Six years after being swept in three games and humiliated 12-3 in the final by the Vancouver Millionaires, the Ottawa Senators returned to town and avenged the loss in a closely fought five-game series held at Denman Arena.
An estimated 12,000 people packed the rink for the final game and 3,000 more turned away. Al “Dutch” Skinner put the home team on the board midway through the first period but Ottawa’s Jack Darragh potted two in the second.
With two minutes to left to play, a line-brawl broke out when Ottawa defenceman Sprague Cleghorn punched Lloyd Cook in the face after he retaliated to a hard hit by Eddie Gerard. Police were finally forced to break up the fight. All three instigating players were sent out of the game but the Sens held on for the win despite playing one-man short.
Darragh led the Senators in scoring with five goals during the series, while goaltender Clint Benedict, who had been badly lit up by the Millionaires in the 1915 final, allowed just 12 goals in the five games. Skinner had the most for Vancouver with four goals while 38-year-old former star Fred “Cyclone” Taylor was held off the scoresheet entirely.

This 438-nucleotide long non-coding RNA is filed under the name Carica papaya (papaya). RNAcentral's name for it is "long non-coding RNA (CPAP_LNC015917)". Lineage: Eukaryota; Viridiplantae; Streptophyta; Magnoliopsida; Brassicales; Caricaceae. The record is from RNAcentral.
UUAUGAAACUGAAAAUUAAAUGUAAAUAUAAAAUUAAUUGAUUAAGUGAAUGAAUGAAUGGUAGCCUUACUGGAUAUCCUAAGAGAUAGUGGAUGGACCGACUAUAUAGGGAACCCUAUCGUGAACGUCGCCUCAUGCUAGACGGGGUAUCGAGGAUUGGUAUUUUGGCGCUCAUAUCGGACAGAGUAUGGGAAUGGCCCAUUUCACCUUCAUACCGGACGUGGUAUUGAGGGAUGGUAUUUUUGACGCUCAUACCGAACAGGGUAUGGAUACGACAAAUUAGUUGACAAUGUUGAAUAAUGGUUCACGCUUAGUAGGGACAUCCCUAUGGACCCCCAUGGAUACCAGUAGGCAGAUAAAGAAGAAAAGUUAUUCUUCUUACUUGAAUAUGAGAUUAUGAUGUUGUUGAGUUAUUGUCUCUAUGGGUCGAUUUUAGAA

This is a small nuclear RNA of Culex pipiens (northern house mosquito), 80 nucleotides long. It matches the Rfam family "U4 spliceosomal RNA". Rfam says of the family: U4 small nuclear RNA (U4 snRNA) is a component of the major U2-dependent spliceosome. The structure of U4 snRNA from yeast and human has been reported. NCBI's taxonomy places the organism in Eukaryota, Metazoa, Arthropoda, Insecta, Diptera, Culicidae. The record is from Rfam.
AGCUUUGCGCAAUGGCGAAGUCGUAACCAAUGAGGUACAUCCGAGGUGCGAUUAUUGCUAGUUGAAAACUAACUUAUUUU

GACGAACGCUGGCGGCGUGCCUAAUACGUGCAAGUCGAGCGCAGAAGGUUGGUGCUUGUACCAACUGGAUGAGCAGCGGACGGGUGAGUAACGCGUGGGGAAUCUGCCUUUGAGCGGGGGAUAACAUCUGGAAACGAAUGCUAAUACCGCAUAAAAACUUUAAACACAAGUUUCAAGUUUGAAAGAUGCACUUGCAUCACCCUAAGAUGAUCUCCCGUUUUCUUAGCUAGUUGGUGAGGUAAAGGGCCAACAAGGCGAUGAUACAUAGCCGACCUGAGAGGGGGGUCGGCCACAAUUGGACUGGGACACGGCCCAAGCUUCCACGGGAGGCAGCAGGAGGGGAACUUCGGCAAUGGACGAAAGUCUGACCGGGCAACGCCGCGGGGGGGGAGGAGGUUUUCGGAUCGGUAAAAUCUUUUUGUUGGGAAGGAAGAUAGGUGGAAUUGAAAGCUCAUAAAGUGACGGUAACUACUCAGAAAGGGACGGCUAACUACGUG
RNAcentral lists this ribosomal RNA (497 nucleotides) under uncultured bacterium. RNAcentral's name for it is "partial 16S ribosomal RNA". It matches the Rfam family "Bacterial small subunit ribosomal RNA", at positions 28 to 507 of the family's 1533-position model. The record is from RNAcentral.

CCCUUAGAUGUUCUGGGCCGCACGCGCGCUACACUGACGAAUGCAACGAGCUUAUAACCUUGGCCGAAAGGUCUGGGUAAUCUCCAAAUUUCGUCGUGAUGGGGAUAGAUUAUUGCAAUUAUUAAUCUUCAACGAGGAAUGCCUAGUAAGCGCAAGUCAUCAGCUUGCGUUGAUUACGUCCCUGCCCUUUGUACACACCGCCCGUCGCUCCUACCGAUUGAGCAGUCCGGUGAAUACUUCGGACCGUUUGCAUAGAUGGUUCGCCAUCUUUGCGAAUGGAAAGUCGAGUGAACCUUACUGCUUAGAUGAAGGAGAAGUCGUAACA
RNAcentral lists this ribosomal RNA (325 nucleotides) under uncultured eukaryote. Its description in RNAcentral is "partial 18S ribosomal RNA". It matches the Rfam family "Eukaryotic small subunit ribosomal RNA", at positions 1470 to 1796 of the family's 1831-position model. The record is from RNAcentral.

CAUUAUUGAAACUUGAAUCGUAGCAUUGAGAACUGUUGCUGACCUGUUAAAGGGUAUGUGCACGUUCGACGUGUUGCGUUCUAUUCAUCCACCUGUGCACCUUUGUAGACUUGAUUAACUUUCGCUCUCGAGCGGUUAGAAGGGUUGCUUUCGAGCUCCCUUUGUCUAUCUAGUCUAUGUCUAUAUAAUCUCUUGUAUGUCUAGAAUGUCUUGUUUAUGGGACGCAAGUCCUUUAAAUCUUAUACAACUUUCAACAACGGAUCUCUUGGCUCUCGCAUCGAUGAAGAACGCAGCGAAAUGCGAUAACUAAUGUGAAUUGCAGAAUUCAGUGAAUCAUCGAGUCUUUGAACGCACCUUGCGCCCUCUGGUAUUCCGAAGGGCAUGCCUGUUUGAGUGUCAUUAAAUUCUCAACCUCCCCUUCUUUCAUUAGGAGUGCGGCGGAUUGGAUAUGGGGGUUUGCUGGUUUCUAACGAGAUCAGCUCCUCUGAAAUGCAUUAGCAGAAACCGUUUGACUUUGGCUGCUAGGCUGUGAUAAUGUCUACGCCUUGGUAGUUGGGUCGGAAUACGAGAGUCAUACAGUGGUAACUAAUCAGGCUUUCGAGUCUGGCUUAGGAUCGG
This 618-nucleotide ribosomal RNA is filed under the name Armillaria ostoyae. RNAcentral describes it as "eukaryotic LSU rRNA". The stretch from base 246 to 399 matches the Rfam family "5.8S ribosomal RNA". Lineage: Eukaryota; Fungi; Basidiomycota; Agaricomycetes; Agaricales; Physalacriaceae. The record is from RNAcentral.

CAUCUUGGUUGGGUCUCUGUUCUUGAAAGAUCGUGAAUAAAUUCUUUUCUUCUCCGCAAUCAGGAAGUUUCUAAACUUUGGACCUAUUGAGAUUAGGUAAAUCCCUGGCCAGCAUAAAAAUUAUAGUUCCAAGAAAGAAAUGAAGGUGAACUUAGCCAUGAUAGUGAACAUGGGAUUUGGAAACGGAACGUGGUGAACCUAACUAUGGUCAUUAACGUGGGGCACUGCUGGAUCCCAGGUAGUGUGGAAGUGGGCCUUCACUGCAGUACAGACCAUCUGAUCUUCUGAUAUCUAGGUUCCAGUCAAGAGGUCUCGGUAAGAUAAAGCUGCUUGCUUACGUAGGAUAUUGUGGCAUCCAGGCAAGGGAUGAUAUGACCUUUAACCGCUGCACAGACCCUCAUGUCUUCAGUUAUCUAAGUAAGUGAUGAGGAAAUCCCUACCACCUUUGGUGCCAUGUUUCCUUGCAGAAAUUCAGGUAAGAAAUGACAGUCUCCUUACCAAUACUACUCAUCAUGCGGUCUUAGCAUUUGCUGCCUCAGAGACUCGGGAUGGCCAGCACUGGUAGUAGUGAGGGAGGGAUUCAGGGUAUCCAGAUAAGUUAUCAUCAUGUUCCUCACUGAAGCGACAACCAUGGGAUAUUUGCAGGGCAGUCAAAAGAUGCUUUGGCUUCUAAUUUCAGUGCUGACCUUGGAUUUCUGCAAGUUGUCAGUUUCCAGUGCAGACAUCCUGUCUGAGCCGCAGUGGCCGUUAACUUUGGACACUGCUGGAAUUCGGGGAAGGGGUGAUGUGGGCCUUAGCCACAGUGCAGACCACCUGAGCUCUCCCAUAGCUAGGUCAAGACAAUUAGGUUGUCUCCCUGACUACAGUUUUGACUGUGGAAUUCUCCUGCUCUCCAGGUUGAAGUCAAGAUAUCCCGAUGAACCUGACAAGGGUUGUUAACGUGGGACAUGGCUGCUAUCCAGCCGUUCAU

The game also marked the last appearance by the Millionaires in the newly minted National Hockey League’s final tournament. The team changed their name to the Vancouver Maroons the following year and, although the league champions in the Pacific Coast Hockey Association's final two seasons, new regulations meant they also had to defeat the winners of the newly founded Western Canada Hockey League en route to a Cup series against the NHL champions. The Maroons lost to the Edmonton Eskimos in 1923 and the Calgary Tigers the following year. The team was absorbed by the WCHL after the PCHA's demise following the 1923-1924 season, but never achieved the same level of success and eventually folded in 1939.
It was another 59 years before another Vancouver team reached the Stanley Cup finals when the Canucks were swept in four games by the New York Islanders in 1982.